Pope John Paul II - Address to the Religious Teachers Filippini - 29 January 2001


Pope John Paul II Dear Daughters of Saint Lucy Filippini!

1. I am pleased to receive you and I extend a cordial welcome to each of you. I thank you for this visit, which you wanted on the occasion of your Ordinary General Chapter to renew the expression of your complete fidelity to Peter's Successor.

You have been working for years in various countries of the world and you lovingly put yourselves at the service of the Gospel, concerned for the needs of children, the poor and the suffering and seeking to draw inspiration for your educational ministry from Jesus the Teacher, in a style of discipleship based on spousal love. Continue on this path and help to spread the Gospel of love in the new fields of apostolate that the Lord entrusts to you. The experience, developed by your institute over long years of service to Christ and the Church, represents a good starting-point at the beginning of the new millennium for an even more fruitful season of consecrated and apostolic life.

2. Your General Chapter is taking place right at the end of the Great Jubilee of the Year 2000. It deals with a theme that is of great interest to you: "The Constitutions, Lamp for My Feet, Light for My Journey" (Ps 118). This choice of topic is meant to emphasize the need for a fresh look at the Rule, since the Rule and Constitutions provide a map for the whole journey of discipleship, in accordance with a specific charism confirmed by the Church (cf. Vita consecrata, n. 37).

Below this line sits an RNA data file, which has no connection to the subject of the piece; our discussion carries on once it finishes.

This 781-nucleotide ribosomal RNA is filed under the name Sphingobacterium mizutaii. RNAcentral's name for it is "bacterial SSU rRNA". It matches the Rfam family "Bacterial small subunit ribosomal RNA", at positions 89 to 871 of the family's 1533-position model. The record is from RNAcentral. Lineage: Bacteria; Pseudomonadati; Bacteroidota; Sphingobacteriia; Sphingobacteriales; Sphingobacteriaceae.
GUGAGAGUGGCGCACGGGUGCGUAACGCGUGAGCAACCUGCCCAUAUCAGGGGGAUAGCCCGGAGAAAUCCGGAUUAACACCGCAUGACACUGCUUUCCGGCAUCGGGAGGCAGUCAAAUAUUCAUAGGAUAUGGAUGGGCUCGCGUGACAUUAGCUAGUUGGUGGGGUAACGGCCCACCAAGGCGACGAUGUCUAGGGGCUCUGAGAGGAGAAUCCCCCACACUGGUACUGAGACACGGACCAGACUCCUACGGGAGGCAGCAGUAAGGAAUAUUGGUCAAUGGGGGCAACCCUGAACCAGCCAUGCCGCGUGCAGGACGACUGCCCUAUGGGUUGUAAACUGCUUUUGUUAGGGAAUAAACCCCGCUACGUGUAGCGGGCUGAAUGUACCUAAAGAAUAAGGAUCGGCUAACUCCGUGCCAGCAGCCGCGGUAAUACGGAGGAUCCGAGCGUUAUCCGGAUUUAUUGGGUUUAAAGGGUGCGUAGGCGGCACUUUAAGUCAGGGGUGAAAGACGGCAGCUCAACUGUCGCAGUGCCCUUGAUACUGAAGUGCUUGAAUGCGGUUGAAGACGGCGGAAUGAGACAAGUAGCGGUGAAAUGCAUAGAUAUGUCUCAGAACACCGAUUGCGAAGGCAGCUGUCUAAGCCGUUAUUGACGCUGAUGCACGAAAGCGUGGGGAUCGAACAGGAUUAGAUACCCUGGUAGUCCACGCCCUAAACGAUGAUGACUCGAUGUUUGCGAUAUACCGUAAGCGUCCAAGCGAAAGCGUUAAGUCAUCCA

The Chapter's fundamental objective, therefore, is to offer members a more conscious interiorization of the Constitutions, in order to live an authentic community spirituality which can be a prophetic witness to the values of the kingdom. As a secularized mentality becomes more widespread, the faithful observance of the Rule for you, dear sisters, will effectively help to strengthen you in striving for the Absolute by not conforming to the spirit of this world, but by growing each day in your conformity to Christ.

The Chapter assembly offers you the opportunity to return, with humility and courage, to the origins of your institute, drawing from them more intense energy to meet the challenges that now present themselves to your apostolic initiative. It is by looking at the remarkable experience of Cardinal Marcantonio Barbarigo and the young Lucy Filippini that you will be able to achieve the desired renewal of your structures and methods, while firmly maintaining the reference to the Rule and the Constitutions, which provide a map for the whole journey of Christian discipleship, in accordance with your specific educational, pedagogical and charitable charism. Through a greater fidelity to him, the cornerstone, who "is the same yesterday and today and for ever" (Heb 13: 8), the Holy Spirit's gift to your founders can continue to inspire your daily experience.